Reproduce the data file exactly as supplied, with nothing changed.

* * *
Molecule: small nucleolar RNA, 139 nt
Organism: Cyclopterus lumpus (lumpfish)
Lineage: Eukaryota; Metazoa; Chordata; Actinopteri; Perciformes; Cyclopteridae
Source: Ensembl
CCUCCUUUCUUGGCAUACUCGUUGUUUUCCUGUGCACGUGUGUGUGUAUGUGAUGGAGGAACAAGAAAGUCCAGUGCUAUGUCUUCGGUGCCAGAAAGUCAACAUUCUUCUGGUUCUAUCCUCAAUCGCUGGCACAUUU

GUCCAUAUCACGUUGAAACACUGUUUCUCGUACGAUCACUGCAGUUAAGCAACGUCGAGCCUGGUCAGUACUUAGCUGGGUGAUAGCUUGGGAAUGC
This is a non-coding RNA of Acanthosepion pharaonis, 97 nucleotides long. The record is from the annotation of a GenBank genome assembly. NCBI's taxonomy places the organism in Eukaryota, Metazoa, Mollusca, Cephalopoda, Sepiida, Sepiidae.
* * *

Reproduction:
Molecule: small nucleolar RNA, 139 nt
Organism: Cyclopterus lumpus (lumpfish)
Lineage: Eukaryota; Metazoa; Chordata; Actinopteri; Perciformes; Cyclopteridae
Source: Ensembl
CCUCCUUUCUUGGCAUACUCGUUGUUUUCCUGUGCACGUGUGUGUGUAUGUGAUGGAGGAACAAGAAAGUCCAGUGCUAUGUCUUCGGUGCCAGAAAGUCAACAUUCUUCUGGUUCUAUCCUCAAUCGCUGGCACAUUU

GUCCAUAUCACGUUGAAACACUGUUUCUCGUACGAUCACUGCAGUUAAGCAACGUCGAGCCUGGUCAGUACUUAGCUGGGUGAUAGCUUGGGAAUGC
This is a non-coding RNA of Acanthosepion pharaonis, 97 nucleotides long. The record is from the annotation of a GenBank genome assembly. NCBI's taxonomy places the organism in Eukaryota, Metazoa, Mollusca, Cephalopoda, Sepiida, Sepiidae.